Shane Broad’s extraordinary attack on the Bob Brown Foundation cannot have gone down well in many quarters. In other quarters, it must have come as good news. In doing so Dr Broad, Tasmania’s Shadow Minister for Resources, well and truly nailed his colours to the mast. Source: Bruce Mitchell
“I am no friend of the Bob Brown Foundation,” Dr Broad told State Parliament this week.
It had to be said. Dr Broad and the Labor Party in Tasmania have been under constant attack from the Liberal Government for being too close to the foundation.
In particular, that closeness has been highlighted in debate over the Government’s Workplaces Protection Bill which is, in effect, an anti-protest Bill.
Dr Broad’s comments came in debate over that Bill which the Labor Party has been hardly supportive.
Dr Broad told Parliament that he supported the right to peaceful protests and had himself participated “on a number of occasions”.
But Dr Broad sees the Bill as too wide ranging.
It goes to a vote, maybe, in the Upper House next week.
His opposition to the Bill is possibly understandable and expected.
What was not expected was Dr Broad describing the foundation’s fundraising activities as “a green Ponzi scheme” with much of the money raised used to fund protests to raise money to fund more protests and so on.
He also pointed out that the foundation spent lots of money – largely raised via donations – on consultants, employees and travel.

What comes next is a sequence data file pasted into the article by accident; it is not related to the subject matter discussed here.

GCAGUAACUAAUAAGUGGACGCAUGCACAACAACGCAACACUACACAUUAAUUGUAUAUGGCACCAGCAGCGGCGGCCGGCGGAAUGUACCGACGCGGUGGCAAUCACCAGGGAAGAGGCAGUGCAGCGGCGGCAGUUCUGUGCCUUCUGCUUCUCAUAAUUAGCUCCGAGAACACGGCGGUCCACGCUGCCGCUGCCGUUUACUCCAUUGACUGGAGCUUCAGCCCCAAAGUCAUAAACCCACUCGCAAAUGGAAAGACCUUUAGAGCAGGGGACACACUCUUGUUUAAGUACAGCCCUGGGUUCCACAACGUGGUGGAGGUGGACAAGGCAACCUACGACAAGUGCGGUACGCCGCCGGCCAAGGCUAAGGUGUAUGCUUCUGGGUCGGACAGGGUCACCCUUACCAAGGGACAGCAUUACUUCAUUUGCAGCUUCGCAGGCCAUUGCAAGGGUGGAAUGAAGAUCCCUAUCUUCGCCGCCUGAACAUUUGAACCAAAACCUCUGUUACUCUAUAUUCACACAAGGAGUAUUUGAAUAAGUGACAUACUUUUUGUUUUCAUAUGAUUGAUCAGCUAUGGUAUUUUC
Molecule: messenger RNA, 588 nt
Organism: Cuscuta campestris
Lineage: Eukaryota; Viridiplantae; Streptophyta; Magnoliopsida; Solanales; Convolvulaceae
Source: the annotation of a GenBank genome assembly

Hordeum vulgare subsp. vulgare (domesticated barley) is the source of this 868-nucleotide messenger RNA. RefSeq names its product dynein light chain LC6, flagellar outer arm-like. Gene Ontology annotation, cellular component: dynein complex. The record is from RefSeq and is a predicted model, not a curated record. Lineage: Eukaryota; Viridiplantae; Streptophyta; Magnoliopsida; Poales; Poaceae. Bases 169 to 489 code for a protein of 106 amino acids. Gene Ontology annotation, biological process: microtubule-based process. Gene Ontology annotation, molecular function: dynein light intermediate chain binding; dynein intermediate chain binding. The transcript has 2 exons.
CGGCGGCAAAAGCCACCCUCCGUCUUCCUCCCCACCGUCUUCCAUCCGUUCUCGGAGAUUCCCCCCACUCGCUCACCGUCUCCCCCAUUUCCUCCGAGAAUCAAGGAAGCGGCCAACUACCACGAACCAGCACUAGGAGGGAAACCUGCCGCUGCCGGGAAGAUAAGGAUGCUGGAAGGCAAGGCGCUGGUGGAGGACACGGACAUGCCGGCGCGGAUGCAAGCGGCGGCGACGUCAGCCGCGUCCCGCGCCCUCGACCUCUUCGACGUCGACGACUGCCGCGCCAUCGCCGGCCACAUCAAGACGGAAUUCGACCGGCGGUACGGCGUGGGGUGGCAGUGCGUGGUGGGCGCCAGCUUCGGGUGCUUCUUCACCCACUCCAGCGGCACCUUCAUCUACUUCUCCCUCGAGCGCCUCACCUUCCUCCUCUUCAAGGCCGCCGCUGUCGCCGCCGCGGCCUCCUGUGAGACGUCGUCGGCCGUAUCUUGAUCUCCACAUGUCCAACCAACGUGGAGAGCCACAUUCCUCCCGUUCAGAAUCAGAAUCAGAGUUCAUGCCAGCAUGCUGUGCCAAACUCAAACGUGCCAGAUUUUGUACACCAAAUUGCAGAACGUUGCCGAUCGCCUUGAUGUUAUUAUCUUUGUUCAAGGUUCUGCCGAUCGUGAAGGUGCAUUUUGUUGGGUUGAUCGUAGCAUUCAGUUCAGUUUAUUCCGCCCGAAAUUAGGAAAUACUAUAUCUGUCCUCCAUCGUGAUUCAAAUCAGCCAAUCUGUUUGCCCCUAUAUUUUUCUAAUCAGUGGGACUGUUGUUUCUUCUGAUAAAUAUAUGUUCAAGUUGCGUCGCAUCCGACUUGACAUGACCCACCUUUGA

Now, how organisations that fund their operations through donations spend that money has been under the microscope for many years.
So, if those who donate to the foundation are happy with Dr Broad’s assessment, then that is up to them.
Meanwhile Saturday is International Day of Forests, declared by the UN to celebrate and raise awareness of the importance of all types of forests.
The Institute of Foresters of Australia and Australian Forest Growers says the forest sector can leverage off this day to tell a positive story about the knowledge, expertise and skills of the people who manage Australia’s forests and highlight that a vibrant forest and land management sector can deliver strategies and solutions for better outcomes and a brighter future.
It says that by telling our positive story this International Day of Forests, we will be providing a positive message and narratives around forest management in Australia.
The IFA/AFG is right. There is indeed much about our forests’ worth celebrating.